It’s counter intuitive but “playing the rest” is actually the key to productive, satisfying creative output.
When I was in middle school, I took piano lessons begrudgingly. I loved the idea of playing complicated, beautiful pieces on the piano, but loathed practice with every fiber of my being.
As you can imagine, my playing was not so great.
I would sit with the music in front of me on the piano, fingers poised, foot hovering over the pedal and launch into the tricky bits, racing past the rests, stumbling through (and slaughtering) the music. At each “practice” my mom would stick her head in and remind me to slow down but, instead I would just give up.
Sometimes it’s tempting to blow right through those musical commas and periods on the way to the great big, exciting exclamation mark! But the musical rests aren’t merely speedbumps.
Even though the notes aren’t played the music hasn’t stopped. You continue counting the beat and your hands and ears are simply at rest.
You can’t skip the rests.
They have equal weight and value as the notes. So, if you don’t “play the rest” you aren’t playing the music as written any more than if you skipped a few notes!
The rests give the music meaning. Without the rests the music is jumbled, chaotic, frenetic and meaningless.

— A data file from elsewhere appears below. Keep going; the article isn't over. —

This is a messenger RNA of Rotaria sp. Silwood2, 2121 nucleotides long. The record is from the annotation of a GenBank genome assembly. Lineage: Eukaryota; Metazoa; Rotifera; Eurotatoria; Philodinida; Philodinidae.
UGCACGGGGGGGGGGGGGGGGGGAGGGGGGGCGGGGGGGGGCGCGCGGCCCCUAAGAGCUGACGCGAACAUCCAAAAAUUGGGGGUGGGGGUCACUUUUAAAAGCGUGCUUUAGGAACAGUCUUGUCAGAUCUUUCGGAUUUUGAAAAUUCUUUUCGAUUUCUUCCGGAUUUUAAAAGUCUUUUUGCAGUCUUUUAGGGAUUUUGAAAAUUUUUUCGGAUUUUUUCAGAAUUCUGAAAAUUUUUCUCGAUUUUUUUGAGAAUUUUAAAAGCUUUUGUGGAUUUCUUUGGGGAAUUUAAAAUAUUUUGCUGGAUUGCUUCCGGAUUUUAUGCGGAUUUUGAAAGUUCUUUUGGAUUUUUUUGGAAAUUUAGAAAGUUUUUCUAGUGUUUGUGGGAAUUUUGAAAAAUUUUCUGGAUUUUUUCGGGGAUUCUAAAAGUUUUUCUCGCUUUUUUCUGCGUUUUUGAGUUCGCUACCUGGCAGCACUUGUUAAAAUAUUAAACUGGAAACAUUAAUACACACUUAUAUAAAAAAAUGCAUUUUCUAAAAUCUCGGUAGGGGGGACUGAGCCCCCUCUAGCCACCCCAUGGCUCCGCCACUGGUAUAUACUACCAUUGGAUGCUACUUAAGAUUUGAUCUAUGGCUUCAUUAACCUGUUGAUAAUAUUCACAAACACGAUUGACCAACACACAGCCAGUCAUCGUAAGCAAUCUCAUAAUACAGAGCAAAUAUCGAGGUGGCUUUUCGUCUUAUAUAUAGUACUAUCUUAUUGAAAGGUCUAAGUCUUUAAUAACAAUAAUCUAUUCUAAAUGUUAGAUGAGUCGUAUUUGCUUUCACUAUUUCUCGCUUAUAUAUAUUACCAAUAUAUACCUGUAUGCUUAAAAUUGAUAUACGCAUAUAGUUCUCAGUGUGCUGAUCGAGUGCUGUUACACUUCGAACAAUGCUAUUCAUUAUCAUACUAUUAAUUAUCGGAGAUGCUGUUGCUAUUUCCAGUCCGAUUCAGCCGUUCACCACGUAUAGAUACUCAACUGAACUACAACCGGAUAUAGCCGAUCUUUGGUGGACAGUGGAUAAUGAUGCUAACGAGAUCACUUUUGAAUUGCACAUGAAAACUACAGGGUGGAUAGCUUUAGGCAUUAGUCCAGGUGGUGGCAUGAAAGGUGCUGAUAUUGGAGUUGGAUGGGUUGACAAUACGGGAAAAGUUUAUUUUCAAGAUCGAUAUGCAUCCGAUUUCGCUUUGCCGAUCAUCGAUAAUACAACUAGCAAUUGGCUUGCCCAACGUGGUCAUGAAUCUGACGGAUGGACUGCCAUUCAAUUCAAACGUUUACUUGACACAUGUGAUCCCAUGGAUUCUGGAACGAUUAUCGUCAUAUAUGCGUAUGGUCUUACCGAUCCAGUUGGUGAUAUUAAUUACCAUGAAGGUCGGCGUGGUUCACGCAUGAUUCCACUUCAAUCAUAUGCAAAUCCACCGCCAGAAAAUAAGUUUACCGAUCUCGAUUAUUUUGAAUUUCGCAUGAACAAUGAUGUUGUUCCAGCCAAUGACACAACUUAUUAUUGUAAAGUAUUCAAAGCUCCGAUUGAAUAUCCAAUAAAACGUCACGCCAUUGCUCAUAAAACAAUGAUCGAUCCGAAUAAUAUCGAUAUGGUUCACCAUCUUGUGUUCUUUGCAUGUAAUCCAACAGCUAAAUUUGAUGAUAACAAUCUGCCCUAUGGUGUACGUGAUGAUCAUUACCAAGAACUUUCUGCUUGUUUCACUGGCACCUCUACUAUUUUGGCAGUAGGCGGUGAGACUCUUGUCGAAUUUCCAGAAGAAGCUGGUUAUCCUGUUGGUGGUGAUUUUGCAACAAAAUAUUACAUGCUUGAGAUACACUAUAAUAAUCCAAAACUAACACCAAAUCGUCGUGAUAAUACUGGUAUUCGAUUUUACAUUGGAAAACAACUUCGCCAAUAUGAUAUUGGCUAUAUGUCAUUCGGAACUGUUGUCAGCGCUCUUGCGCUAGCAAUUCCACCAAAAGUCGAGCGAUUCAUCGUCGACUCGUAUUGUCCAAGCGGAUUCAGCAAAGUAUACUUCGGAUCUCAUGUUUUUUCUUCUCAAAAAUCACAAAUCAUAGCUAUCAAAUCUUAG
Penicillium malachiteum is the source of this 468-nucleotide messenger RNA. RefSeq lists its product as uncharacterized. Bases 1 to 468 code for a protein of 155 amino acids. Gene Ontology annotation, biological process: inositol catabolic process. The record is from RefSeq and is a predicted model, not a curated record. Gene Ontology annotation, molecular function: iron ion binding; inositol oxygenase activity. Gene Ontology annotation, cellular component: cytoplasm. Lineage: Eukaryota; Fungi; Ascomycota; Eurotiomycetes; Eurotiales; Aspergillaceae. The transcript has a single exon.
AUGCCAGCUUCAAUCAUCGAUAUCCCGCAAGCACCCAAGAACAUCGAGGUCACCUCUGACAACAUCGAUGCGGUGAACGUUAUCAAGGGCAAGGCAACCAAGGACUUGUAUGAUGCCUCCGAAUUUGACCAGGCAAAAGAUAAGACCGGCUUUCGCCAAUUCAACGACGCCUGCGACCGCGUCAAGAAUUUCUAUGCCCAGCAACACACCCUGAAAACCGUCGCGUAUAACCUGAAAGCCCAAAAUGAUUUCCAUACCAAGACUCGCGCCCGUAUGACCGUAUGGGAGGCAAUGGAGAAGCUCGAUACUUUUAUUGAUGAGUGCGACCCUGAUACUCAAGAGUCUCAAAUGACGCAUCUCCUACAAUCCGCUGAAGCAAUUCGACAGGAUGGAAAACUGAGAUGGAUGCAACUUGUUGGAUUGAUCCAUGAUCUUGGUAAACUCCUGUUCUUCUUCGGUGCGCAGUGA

Essentially, the rests make the notes into music.
So, here’s the question – how often are you playing the rests in your life?
It’s counter intuitive but playing the rest is actually the key to productive, satisfying creative output.
The difference between wasted time and generative rest is intention. A composer chooses where each rest must go, how long it will last and how many are needed in each piece of music. We can choose our rest appropriately too and avoid meaningless distractions and burnout. Without breaks in our “productive activity” there would be no shape or meaning to our lives.
Our lives only make sense in the context of the rests.
It can be hard to build a new habit alone. If you’d like some company on the journey maybe, you should check our Spiritual Collectives and take the next six weeks to build a habit of playing the rest with other creatives like you.
Lisa Smith is the pastor and artistic director of Convergence